some few times multiplying vectors of same kind becomes a must, and so I do it, but I need to do multiply the components individually (Not a problem). But the class D3DVECTORX (2, 3, 4...), doesn't have an multiply operator with an overload for other vectors of it's kind, why not?

 

Why has the developers chosen that? ( Disadvantages ? )

 

Thanks, as usual.

-MIGI0027

0

Share this post


Link to post
Share on other sites

Probably because it can be confused with a dot product, which also takes two vectors as arguments. E.g. I use SlimDX and the math library there doesn't even have such an overload, but explicitly named functions for both dot and a so-called modulate. Counter example: HLSL uses modulate for *, but has an intrinsic for dot (or  mul for matrix vector multiplication).

 

If you don't find such a modulate function, it should be easy write a free function :wink:

2

Share this post


Link to post
Share on other sites

It is likely because multiplying one vector by another component wise doesn't make sense as an operation on vector spaces. Under what circumstances do you need to use component wise multiplication?

0

Share this post


Link to post
Share on other sites

It is likely because multiplying one vector by another component wise doesn't make sense as an operation on vector spaces. Under what circumstances do you need to use component wise multiplication?

 

Sure it does, its just a non-uniform scale. Granted its not the most common operation for 3D graphics, but its hardly unheard of, and it has wide applicability in other domains. In my own vector math library, I overload operator * and operator / between vectors to mean piecewise multiplication and piecewise division (non-uniform scaling), and between vectors and scalars by extending the scalar to a vector of same rank (uniform scaling). I feel that this configuration best satisfies the recommended design principles of "principle of least surprise" (particularly regarding operator associativity and operator precedense) and "do as the ints do". I provide for the dot, cross (and 2D psuedo-cross) product as (non-member) functions, along with some other useful ones. I'm pretty happy with how orthogonal this makes things, and while its not as terse as with operator overloading, it forces you to state the order of operations explicitly.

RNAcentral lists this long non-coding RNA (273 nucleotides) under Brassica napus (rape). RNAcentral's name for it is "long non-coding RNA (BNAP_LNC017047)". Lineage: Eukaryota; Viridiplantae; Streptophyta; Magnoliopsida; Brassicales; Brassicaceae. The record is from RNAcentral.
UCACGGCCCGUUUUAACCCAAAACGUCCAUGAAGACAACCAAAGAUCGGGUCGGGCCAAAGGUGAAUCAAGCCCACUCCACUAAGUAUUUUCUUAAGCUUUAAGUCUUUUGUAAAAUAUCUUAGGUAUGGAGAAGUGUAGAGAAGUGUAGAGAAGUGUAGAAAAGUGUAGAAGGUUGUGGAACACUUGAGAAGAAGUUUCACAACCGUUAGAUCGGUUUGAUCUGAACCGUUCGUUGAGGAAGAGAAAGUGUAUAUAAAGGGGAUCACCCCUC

1

Share this post


Link to post
Share on other sites

 

It is likely because multiplying one vector by another component wise doesn't make sense as an operation on vector spaces. Under what circumstances do you need to use component wise multiplication?

 

Sure it does, its just a non-uniform scale. Granted its not the most common operation for 3D graphics, but its hardly unheard of, and it has wide applicability in other domains. In my own vector math library, I overload operator * and operator / between vectors to mean piecewise multiplication and piecewise division (non-uniform scaling), and between vectors and scalars by extending the scalar to a vector of same rank (uniform scaling). I feel that this configuration best satisfies the recommended design principles of "principle of least surprise" (particularly regarding operator associativity and operator precedense) and "do as the ints do". I provide for the dot, cross (and 2D psuedo-cross) product as (non-member) functions, along with some other useful ones. I'm pretty happy with how orthogonal this makes things, and while its not as terse as with operator overloading, it forces you to state the order of operations explicitly.